[spits into tissue to Penny's disgust, and puts cigarette in tissue]
Kay Eiffel: In fact, just the opposite.
[wipes water out of eye]
Harold Crick: You keep your files like this?
Ana Pascal: No, actually I'm quite fastidious. I put them in this box just to screw with you.
Harold Crick: You have to understand that this isn't a philosophy or a literary theory or a story to me. It's my life.
Professor Jules Hilbert: Absolutely. So just go make it the one you've always wanted.
Harold Crick: Aren't you too old to go to space camp?
Dave: You're never too old to go to space camp, dude.
Harold Crick: What do these questions have to do with anything?
Professor Jules Hilbert: Nothing. The only way to find out what story you're in is to determine what stories you're not in. Odd as it may seem, I've just ruled out half of Greek literature, seven fairy tales, ten Chinese fables, and determined conclusively that you are not King Hamlet, Scout Finch, Miss Marple, Frankenstein's monster, or a golem. Hmm? Aren't you relieved to know you're not a golem?
Harold Crick: Yes, I am relieved to know that I am not a golem.
Karen Eiffel: As Harold took a bite of Bavarian Sugar Cookie, he finally felt as if everything was going to be okay. Sometimes, when we lose ourselves in fear and despair, in routine and constancy, in hopelessness and tragedy, we can thank God for Bavarian Sugar Cookies, and fortunately, when there aren't any cookies, we can still find reassurance in a familiar hand on our skin... or a kind and loving gesture... or a subtle encouragement... or a loving embrace... or an offer of comfort... not to mention hospital gurneys... and nose plugs... and uneaten Danish... and soft-spoken secrets... and Fender Stratocasters... and maybe, the occasional piece of fiction. And we must remember that all these things, the nuances, the anomalies, the subtleties, which we assume only accessorize our days, are in fact here for a much larger and nobler cause. They are here to save our lives. I know the idea seems strange, but I also know that it just so happens to be true. And so it was a wristwatch saved Harold Crick.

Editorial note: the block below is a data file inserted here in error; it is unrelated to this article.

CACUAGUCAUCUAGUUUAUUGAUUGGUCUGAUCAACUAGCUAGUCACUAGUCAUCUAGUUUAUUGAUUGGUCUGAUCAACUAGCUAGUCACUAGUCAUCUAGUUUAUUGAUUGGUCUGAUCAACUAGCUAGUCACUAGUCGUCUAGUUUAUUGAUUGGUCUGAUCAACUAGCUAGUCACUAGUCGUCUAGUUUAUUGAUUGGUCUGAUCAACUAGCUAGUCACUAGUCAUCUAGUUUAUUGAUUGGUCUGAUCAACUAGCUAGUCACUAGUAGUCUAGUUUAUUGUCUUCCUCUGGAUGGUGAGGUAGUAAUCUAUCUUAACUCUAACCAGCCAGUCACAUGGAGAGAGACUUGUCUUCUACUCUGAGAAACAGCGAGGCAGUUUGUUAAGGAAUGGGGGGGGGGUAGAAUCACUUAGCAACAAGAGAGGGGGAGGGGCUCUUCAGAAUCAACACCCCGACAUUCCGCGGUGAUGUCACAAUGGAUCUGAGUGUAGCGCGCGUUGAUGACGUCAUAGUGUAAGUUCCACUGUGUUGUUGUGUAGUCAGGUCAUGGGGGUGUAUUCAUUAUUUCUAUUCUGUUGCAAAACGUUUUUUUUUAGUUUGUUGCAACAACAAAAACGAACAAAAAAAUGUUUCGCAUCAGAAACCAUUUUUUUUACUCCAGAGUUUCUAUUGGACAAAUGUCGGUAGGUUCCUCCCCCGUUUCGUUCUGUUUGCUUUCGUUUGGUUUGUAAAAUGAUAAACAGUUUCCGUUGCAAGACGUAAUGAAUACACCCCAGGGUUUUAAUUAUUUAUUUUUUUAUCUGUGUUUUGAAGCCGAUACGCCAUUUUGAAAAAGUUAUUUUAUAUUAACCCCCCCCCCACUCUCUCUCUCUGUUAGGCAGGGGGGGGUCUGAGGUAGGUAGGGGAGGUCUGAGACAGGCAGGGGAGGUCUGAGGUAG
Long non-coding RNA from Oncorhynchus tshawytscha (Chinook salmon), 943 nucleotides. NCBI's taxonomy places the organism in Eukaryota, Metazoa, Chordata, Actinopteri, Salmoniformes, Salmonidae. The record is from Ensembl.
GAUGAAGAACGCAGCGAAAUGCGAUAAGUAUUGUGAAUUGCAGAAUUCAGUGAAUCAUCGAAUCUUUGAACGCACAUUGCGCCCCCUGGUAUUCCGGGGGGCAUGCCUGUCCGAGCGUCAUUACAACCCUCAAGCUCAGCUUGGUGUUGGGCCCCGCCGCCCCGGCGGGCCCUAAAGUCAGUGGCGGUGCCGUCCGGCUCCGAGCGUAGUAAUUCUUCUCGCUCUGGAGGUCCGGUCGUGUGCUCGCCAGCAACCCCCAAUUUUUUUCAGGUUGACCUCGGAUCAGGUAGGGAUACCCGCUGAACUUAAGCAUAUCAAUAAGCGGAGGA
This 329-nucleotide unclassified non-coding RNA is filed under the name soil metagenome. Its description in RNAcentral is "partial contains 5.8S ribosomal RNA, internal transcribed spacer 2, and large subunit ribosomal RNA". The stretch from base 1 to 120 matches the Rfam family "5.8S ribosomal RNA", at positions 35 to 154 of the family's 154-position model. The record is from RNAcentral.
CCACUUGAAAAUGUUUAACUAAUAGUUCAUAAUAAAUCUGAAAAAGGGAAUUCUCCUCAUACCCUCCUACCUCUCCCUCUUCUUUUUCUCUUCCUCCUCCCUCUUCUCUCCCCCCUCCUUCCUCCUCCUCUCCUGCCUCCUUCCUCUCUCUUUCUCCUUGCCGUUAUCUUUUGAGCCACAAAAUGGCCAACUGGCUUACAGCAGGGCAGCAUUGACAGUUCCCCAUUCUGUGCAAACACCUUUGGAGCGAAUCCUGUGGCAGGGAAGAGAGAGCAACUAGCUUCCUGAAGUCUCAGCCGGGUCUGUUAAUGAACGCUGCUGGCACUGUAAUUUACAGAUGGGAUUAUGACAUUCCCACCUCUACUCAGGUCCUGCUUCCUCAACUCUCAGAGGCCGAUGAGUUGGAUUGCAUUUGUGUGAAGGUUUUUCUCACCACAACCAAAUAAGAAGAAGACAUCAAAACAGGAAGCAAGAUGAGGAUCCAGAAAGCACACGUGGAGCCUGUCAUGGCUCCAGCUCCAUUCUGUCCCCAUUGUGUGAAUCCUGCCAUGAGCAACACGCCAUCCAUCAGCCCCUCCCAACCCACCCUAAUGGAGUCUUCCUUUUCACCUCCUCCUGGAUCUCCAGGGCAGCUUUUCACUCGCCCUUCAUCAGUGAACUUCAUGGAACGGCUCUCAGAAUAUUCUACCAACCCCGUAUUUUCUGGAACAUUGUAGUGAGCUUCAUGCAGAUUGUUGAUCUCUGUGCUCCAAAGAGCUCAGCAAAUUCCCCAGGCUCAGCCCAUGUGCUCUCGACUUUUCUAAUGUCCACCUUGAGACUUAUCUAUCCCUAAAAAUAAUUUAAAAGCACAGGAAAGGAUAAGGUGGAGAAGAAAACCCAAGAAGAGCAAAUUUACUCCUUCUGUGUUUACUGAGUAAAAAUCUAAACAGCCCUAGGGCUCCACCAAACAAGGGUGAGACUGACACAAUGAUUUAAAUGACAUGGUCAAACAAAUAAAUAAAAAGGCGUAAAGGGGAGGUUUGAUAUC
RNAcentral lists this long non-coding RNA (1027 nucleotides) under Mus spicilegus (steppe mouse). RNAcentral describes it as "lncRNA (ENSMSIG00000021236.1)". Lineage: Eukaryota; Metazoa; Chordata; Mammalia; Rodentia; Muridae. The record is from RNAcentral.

Penny Escher: Man in tweed?
Kay Eiffel: There's nothing wrong with him, he just likes looking at sick people.
Penny Escher: Oddly spoken with disdain.
Professor Jules Hilbert: The last thing to determine conclusively is whether you're in a comedy or a tragedy. To quote Italo Calvino, "The ultimate meaning to which all stories refer has two faces: the continuity of life, the inevitability of death." Tragedy, you die. Comedy, you get hitched.
Professor Jules Hilbert: Meeting an insurance agent the day your policy runs out is coincidence. Getting a letter from the emperor saying he's visiting is plot. Having your apartment eaten by a wrecking ball... is something else entirely. Harold, you don't control your fate.
Ana Pascal: Mr. Crick, it was a really awful day. I know, I made sure of it. So pick up the cookie, dip it in the milk, and eat it.
[to Harold during their first meeting]
Ana Pascal: Get bent, Tax Man!
[gets everyone else in the bakery to boo Harold]
Kay Eiffel: [narrating] Why was Harold talking to this man? This man was an idiot.
Professor Jules Hilbert: [walking to pool] Some plots are moved forward by external events and crises. Others are moved forward by the characters themselves. If I go through that door, the plot continues. The story of me through the door. If I stay here the plot can't move forward, the story ends. Also if I stay here, I'm late.
Kay Eiffel: Excuse me, where are the dying people? Most of these people are sick or injured - Which is great, don't get me wrong. But they're gonna get better, which doesn't really help me. Is there any way to see the people who aren't going to get better?
Head ER Nurse: Excuse me?
Kay Eiffel: I'd like to see, if at all possible, the ones who aren't going to make it. You know, the dead-for-sure ones.
Head ER Nurse: I'm sorry, are you suffering from anything?
Kay Eiffel: [shrugs] Just writer's block.
Professor Jules Hilbert: You dislike your work?
Harold Crick: Yes.
Professor Jules Hilbert: Well, not the most insightful voice in the world, is it? First thing on the list of what Americans say they hate: work; second, traffic; third, missing socks. See what I'm saying?
Kay Eiffel: ...It came to me.
Penny Escher: How?
Kay Eiffel: Well, Penny, like anything worth writing it came inexplicably and without method.
Dr. Mittag-Leffler: Mr. Crick, you have a voice speaking to you.